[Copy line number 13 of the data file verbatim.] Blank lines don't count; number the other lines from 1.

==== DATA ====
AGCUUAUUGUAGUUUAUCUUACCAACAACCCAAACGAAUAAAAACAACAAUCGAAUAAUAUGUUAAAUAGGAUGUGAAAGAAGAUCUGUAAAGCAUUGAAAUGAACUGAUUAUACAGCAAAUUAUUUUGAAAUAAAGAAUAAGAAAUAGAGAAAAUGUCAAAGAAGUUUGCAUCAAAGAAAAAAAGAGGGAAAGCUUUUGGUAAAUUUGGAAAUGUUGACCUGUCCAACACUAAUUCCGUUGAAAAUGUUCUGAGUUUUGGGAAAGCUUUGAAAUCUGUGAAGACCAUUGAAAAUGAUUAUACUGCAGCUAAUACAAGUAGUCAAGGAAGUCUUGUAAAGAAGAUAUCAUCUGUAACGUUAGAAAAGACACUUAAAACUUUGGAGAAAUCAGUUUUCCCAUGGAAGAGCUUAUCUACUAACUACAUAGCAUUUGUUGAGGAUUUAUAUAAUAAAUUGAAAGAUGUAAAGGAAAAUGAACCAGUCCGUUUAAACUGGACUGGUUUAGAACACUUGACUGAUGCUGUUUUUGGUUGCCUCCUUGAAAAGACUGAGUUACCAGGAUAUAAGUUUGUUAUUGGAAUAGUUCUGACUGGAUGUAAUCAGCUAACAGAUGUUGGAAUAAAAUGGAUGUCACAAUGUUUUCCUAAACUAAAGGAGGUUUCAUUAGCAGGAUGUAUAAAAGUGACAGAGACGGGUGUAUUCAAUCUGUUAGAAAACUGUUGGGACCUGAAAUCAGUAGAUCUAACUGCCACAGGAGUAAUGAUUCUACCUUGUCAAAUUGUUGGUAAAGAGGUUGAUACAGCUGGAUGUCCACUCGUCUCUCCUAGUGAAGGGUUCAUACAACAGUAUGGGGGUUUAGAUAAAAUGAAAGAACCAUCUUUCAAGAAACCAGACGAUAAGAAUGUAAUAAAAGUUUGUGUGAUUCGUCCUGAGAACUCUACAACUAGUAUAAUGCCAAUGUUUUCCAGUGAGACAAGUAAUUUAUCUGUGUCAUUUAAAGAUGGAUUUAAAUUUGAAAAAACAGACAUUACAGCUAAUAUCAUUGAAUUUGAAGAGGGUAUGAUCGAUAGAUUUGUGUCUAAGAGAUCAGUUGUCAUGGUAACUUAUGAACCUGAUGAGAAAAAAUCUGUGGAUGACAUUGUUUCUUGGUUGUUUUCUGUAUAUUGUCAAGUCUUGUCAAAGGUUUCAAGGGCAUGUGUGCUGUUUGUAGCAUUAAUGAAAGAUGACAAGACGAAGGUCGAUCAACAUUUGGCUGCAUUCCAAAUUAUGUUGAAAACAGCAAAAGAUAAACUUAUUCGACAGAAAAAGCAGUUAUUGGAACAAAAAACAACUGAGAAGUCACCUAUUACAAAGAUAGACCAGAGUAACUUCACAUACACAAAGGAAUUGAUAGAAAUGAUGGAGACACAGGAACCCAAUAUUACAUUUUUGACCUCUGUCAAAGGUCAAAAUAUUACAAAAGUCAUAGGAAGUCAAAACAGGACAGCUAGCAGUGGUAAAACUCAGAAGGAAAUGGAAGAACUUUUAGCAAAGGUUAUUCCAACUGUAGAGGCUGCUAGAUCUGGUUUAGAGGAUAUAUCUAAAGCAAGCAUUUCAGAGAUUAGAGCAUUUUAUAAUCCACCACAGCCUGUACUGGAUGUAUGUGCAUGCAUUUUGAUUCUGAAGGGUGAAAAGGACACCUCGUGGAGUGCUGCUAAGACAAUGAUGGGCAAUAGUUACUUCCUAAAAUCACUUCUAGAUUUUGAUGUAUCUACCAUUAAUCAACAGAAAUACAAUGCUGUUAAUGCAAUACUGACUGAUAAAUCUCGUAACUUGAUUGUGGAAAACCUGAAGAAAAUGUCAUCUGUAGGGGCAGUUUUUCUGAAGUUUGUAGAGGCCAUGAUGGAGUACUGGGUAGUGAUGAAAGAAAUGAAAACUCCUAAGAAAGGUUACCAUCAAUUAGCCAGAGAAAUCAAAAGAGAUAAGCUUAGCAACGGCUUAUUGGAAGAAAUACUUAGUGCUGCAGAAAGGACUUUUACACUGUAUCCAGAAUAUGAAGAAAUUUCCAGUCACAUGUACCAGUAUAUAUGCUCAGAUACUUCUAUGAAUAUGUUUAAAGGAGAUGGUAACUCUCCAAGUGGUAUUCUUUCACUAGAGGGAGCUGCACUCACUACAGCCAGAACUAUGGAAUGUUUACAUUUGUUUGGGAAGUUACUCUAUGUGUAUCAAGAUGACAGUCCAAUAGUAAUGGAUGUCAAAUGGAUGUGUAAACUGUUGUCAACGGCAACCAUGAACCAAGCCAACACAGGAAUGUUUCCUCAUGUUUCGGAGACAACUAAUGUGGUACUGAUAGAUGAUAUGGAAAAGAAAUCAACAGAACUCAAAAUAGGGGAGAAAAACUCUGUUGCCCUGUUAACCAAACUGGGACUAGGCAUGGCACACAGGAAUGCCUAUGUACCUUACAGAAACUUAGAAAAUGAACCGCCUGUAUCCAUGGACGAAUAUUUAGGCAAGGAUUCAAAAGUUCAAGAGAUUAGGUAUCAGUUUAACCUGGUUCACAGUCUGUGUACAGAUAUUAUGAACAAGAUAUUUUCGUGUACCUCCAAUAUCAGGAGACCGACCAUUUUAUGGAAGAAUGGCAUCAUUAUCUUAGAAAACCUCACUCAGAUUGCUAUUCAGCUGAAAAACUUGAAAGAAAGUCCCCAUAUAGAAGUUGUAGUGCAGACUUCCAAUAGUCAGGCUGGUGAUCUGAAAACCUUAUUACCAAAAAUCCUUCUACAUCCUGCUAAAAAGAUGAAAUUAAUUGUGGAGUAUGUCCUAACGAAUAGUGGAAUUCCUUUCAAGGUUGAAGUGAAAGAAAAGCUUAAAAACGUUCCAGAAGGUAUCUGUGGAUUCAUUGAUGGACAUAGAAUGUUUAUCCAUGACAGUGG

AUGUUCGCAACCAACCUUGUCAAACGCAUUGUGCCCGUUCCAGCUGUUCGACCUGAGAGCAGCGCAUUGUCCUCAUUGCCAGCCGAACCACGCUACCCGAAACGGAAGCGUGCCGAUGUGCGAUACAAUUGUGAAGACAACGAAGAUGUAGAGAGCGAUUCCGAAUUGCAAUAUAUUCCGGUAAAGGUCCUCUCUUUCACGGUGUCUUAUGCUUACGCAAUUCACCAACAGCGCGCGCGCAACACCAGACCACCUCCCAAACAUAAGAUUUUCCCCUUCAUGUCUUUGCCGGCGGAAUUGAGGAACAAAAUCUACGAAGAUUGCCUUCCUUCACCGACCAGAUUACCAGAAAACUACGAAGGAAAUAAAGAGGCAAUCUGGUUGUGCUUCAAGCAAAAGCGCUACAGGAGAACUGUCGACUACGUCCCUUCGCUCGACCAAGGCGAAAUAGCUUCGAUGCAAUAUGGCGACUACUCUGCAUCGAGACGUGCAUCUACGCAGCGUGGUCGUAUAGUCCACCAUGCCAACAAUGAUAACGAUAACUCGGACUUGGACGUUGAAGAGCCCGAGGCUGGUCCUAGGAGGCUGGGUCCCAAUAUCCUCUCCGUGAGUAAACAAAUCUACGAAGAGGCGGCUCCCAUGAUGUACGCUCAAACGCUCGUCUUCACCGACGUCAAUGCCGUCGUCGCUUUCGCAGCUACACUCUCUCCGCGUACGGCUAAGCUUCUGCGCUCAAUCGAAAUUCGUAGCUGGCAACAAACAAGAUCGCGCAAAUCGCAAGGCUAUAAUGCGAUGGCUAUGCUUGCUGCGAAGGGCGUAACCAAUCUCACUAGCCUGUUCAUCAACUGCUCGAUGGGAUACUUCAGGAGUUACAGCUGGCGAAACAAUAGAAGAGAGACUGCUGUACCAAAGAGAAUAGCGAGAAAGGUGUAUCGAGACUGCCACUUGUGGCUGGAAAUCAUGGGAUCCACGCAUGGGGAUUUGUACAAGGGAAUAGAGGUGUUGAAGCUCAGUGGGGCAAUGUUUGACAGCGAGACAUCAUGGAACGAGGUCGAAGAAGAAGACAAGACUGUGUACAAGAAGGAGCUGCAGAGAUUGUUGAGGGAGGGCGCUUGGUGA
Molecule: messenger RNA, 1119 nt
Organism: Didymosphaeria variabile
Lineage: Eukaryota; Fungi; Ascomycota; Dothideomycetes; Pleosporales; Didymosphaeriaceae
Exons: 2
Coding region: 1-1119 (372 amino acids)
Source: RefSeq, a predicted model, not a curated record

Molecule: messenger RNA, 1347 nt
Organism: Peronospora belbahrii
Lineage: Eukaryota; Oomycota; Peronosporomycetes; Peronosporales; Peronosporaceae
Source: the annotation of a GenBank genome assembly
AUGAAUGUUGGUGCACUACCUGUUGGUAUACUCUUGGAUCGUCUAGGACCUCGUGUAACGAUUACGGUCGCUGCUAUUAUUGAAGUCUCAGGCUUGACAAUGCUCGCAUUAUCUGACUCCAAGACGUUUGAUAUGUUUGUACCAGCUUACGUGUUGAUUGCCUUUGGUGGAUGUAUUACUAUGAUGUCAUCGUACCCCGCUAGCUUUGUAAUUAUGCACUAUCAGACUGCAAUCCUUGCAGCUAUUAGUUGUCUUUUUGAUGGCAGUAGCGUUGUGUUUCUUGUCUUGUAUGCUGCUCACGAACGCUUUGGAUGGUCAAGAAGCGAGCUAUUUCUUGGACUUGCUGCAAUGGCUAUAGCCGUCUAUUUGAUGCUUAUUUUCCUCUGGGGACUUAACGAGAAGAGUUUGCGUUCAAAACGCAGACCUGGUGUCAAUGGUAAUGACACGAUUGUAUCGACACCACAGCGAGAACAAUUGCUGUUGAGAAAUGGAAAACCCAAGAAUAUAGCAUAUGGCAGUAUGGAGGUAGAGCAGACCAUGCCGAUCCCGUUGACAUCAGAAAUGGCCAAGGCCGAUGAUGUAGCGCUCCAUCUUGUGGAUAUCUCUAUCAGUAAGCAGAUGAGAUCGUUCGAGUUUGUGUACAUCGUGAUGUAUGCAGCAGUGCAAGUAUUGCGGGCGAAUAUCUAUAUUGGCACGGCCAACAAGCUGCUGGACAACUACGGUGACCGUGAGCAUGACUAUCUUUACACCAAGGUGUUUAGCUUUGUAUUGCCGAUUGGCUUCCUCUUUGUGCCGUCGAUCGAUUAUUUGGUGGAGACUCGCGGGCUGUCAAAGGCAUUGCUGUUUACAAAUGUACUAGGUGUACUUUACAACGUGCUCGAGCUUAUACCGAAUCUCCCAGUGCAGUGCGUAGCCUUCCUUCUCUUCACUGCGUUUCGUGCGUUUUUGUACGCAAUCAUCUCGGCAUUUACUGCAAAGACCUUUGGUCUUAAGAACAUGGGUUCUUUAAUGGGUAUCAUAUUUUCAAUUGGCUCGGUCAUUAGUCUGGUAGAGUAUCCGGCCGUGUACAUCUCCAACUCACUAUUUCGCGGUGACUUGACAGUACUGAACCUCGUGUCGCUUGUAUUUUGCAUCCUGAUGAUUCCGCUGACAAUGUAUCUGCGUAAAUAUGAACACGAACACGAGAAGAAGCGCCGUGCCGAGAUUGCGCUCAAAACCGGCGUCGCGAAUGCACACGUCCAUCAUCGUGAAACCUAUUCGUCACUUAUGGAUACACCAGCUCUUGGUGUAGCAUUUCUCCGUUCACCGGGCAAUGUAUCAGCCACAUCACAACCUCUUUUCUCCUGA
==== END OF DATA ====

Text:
AUGAAUGUUGGUGCACUACCUGUUGGUAUACUCUUGGAUCGUCUAGGACCUCGUGUAACGAUUACGGUCGCUGCUAUUAUUGAAGUCUCAGGCUUGACAAUGCUCGCAUUAUCUGACUCCAAGACGUUUGAUAUGUUUGUACCAGCUUACGUGUUGAUUGCCUUUGGUGGAUGUAUUACUAUGAUGUCAUCGUACCCCGCUAGCUUUGUAAUUAUGCACUAUCAGACUGCAAUCCUUGCAGCUAUUAGUUGUCUUUUUGAUGGCAGUAGCGUUGUGUUUCUUGUCUUGUAUGCUGCUCACGAACGCUUUGGAUGGUCAAGAAGCGAGCUAUUUCUUGGACUUGCUGCAAUGGCUAUAGCCGUCUAUUUGAUGCUUAUUUUCCUCUGGGGACUUAACGAGAAGAGUUUGCGUUCAAAACGCAGACCUGGUGUCAAUGGUAAUGACACGAUUGUAUCGACACCACAGCGAGAACAAUUGCUGUUGAGAAAUGGAAAACCCAAGAAUAUAGCAUAUGGCAGUAUGGAGGUAGAGCAGACCAUGCCGAUCCCGUUGACAUCAGAAAUGGCCAAGGCCGAUGAUGUAGCGCUCCAUCUUGUGGAUAUCUCUAUCAGUAAGCAGAUGAGAUCGUUCGAGUUUGUGUACAUCGUGAUGUAUGCAGCAGUGCAAGUAUUGCGGGCGAAUAUCUAUAUUGGCACGGCCAACAAGCUGCUGGACAACUACGGUGACCGUGAGCAUGACUAUCUUUACACCAAGGUGUUUAGCUUUGUAUUGCCGAUUGGCUUCCUCUUUGUGCCGUCGAUCGAUUAUUUGGUGGAGACUCGCGGGCUGUCAAAGGCAUUGCUGUUUACAAAUGUACUAGGUGUACUUUACAACGUGCUCGAGCUUAUACCGAAUCUCCCAGUGCAGUGCGUAGCCUUCCUUCUCUUCACUGCGUUUCGUGCGUUUUUGUACGCAAUCAUCUCGGCAUUUACUGCAAAGACCUUUGGUCUUAAGAACAUGGGUUCUUUAAUGGGUAUCAUAUUUUCAAUUGGCUCGGUCAUUAGUCUGGUAGAGUAUCCGGCCGUGUACAUCUCCAACUCACUAUUUCGCGGUGACUUGACAGUACUGAACCUCGUGUCGCUUGUAUUUUGCAUCCUGAUGAUUCCGCUGACAAUGUAUCUGCGUAAAUAUGAACACGAACACGAGAAGAAGCGCCGUGCCGAGAUUGCGCUCAAAACCGGCGUCGCGAAUGCACACGUCCAUCAUCGUGAAACCUAUUCGUCACUUAUGGAUACACCAGCUCUUGGUGUAGCAUUUCUCCGUUCACCGGGCAAUGUAUCAGCCACAUCACAACCUCUUUUCUCCUGA